They say you never know how strong you are until being strong is the only choice you have left. I now know that I was in a state of shock and bewilderment so deep that it would take months, years even, for the feelings to surface and for me to be able to feel them.
So yes, I was strong – I had a funeral to organize and I had other people’s grief to deal with. For a while I was so overwhelmed that I had no idea what I might be feeling or thinking.
But looking back, it is mostly a blur: an adrenalin-fuelled state of survival where, by putting one foot in front of the other, you manage to keep going. Meanwhile, as if through the mirror, the outside world goes on relentlessly as though nothing at all has changed.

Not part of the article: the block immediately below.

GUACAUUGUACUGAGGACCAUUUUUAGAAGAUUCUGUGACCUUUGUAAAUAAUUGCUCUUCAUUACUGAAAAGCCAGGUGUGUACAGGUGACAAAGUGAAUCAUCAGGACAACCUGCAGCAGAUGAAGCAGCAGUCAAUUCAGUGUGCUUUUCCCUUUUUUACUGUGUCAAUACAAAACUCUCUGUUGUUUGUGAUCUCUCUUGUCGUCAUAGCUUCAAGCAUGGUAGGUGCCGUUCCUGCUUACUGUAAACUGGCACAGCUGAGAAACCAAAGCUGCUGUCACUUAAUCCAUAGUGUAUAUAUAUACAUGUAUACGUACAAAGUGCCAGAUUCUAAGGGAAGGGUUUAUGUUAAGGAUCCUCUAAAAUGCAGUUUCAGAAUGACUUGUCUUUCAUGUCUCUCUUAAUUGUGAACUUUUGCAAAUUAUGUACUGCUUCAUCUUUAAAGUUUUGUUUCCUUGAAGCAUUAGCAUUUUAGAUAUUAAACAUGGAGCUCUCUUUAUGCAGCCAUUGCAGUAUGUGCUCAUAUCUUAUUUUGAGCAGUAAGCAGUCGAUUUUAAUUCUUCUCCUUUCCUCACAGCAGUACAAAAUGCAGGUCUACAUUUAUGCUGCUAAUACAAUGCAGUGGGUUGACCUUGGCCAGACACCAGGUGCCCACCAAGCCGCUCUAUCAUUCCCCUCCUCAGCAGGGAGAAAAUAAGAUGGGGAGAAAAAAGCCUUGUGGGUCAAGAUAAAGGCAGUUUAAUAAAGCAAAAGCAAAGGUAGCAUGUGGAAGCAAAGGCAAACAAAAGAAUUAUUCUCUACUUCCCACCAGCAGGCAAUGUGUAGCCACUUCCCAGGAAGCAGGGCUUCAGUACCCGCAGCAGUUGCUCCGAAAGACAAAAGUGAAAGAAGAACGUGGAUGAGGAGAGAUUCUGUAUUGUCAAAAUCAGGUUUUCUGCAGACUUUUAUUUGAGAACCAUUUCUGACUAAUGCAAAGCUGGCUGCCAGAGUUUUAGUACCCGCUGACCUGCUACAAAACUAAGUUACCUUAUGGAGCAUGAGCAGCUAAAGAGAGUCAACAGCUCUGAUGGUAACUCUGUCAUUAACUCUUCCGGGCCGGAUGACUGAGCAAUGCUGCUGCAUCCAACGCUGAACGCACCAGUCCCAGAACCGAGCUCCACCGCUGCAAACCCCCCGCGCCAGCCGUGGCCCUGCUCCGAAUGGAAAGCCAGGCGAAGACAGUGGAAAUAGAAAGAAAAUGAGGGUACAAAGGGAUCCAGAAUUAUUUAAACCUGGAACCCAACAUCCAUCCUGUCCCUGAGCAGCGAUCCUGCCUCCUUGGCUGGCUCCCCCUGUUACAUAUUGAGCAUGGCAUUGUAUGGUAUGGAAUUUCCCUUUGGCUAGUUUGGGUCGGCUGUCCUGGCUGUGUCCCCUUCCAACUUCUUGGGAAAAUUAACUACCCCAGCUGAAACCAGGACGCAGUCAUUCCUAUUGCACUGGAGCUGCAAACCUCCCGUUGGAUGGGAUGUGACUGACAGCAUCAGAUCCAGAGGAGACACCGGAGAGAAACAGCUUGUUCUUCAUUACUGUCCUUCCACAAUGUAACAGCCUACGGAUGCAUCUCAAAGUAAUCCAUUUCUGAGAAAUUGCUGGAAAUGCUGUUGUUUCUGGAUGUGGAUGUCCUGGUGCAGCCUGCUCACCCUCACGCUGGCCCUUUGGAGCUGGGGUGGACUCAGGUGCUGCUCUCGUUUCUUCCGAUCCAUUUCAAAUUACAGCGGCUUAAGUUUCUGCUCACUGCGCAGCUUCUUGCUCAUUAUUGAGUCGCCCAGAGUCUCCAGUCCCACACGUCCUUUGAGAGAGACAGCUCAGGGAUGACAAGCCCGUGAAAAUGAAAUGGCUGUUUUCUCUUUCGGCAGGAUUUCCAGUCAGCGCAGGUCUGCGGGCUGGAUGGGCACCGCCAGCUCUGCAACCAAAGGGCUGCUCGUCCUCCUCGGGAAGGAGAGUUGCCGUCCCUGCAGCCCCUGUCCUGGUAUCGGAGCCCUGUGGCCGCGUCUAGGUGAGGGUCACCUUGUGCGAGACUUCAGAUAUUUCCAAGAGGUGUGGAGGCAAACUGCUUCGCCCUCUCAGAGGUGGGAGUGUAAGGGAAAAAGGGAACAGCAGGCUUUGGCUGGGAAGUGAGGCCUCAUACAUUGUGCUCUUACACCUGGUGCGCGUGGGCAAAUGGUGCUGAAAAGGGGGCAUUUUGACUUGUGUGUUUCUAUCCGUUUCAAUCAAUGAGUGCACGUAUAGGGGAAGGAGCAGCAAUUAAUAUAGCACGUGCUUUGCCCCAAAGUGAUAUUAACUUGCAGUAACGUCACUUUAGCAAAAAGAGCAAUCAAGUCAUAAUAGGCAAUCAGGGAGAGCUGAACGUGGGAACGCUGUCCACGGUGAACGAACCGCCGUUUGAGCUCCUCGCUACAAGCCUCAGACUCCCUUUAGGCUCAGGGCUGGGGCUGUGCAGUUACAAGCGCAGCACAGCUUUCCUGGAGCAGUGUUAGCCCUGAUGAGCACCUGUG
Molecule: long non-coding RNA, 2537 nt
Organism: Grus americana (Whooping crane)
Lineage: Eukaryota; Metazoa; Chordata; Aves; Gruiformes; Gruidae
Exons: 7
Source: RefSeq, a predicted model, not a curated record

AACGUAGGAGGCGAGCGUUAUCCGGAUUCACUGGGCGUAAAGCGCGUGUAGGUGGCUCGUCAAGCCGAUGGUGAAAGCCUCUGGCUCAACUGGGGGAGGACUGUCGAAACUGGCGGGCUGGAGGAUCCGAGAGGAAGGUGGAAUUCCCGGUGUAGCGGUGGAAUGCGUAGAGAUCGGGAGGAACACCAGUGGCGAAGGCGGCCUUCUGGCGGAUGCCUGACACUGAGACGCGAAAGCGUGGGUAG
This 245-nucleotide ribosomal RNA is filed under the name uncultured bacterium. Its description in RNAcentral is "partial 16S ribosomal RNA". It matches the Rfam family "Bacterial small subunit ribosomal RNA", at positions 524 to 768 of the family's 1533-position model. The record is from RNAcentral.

Try not being strong and see where it gets you. If you set down on the floor and sob, you may find that no one will come near you. We do not know how to witness another’s pain or simply to stand by them as they grieve. So grief and sadness become private and hidden. We even find it hard to cry in private. Perhaps we are afraid that if we do go into the sadness that we might never find our way out.
Eight years on and I know that I am strong, but that strength comes from vulnerability; from allowing myself to experience feelings rather than hide them.